Kurt Fearnley AO

Paralympian, Disability Rights Advocate & Keynote Speaker

Kurt Fearnley AO is a three-time Paralympic gold medallist with a can-do attitude that makes the impossible possible. At the 2018 Gold Coast Commonwealth Games, he won gold and silver medals and was chosen as Australian Flag Bearer for the Closing Ceremony. Kurt’s determination and never-say-die attitude have rewarded him with the highest accolades in disability sport.

Kurt is also active in advocacy work. He has been an ambassador for the Don’t DIS my ABILITY campaign, was a 2010 International Day of People with Disability Ambassador and has contributed to the debate surrounding funding of the National Disability Insurance Scheme (NDIS). In June 2018, Kurt Fearnley was given the Honour of being named an Officer of the Order of Australia (AO)

A gifted keynote speaker, Kurt’s infectious energy and passion for life inspires and motivates audiences across age groups and industries.

Kurt Fearnley was born without the lower portion of his spine, yet despite this, he’s always been willing to have a go at everything.

The youngest of five children from the small western NSW town of Carcoar, sport was always a big part of his family’s life. Ignoring his disability, he happily played in everything against his able-bodied brothers and mates.

With an indomitable spirit, Kurt took up wheelchair racing when he was 14. From pushing his everyday wheelchair as fast as he could down the grass track at school athletics carnivals to pushing his chair the last five kilometres on a flat tyre at the Athens Paralympics, he went on to win gold in the toughest marathon in Paralympic history.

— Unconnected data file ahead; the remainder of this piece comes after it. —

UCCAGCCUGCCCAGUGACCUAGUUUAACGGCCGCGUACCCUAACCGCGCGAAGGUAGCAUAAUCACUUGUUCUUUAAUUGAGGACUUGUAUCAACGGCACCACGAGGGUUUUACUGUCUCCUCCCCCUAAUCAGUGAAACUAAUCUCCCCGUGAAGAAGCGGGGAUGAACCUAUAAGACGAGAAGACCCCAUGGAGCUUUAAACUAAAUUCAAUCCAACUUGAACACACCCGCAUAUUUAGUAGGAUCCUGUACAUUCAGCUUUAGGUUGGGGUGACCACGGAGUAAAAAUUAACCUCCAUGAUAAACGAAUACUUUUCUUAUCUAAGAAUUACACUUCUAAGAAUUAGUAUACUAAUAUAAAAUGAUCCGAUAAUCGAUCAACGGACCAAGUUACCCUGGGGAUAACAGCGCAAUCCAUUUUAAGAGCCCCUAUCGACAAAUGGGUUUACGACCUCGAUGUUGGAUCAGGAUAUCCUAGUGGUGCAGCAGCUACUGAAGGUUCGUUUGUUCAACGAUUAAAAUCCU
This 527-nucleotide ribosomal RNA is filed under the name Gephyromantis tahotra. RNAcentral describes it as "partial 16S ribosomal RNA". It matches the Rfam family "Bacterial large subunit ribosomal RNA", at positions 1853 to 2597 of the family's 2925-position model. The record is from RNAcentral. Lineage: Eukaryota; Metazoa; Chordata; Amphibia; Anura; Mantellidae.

One of Australia’s best-known and respected athletes, Kurt has won some of the world’s most prestigious marathons, in London, Paris, Rome, Los Angeles, Chicago & New York; the latter two, an incredible five times. Kurt won the Paralympic men’s wheelchair marathon in Athens in 2004 and retained his title in Beijing in 2008. Marathon podium finishes in London (2012) and Rio (2016) cemented four consecutive Paralympic Marathon medals. He had the honour of serving as the Captain of the Australian Paralympic Team during the Rio campaign. At the 2018 Gold Coast Commonwealth Games, Kurt won the gold medal in the Men’s Marathon T54 and silver in the Men’s 1500 T54. He was given the honour of the flag bearer at the closing ceremony.
Kurt has achieved world champion status in wheelchair events ranging from 800m to the marathon. His marathon personal best is one hour 18 minutes and 51 seconds, set in Boston in 2011.

Off the racing circuit, Kurt has been a winning crew member of the Sydney to Hobart Yacht Race, taking line honours in 2011 on board the yacht Loyal. However, he is best-known for his amazing feat of crawling the 96km Kokoda track.

In 2014, Kurt’s autobiography Pushing the Limits: Life, Marathons & Kokoda was published.

Kurt is actively involved in various charities as a board member and patron. He is an ambassador for the Day of Difference Foundation and for the International Day of People with a Disability; in 2016, Kurt was elected by his peers to be one of six Summer Paralympic Athletes to serve on the International Paralympic Committee’s Athletes Commission.

Kurt’s achievements have been publicly recognised many times; he was the flag bearer for Australia at the closing ceremony of the 2018 Commonwealth Games on the Gold Coast; in 2015, he was the AIS Sports personality of the Year and Newcastle Citizen of the Year.

In 2010, Kurt was immortalised when his image featured on the medals for the 2010 Blackmores Sydney Running Festival. On the 22 January, 2013, he was given the annual Australian honour of giving the 2013 Australia Day Address.

In 2009, he was the NSW Young Australian of the Year; in 2007 and 2009, he was a Laureus World Sports Award Finalist and Commonwealth Athlete of the Year with a Disability. Kurt was awarded a Medal of the Order of Australia or OAM in 2005 after winning a gold medal at the Athens Paralympic Games, and in June 2018 he received an even higher honour when he was appointed an Officer of the Order of Australia or AO.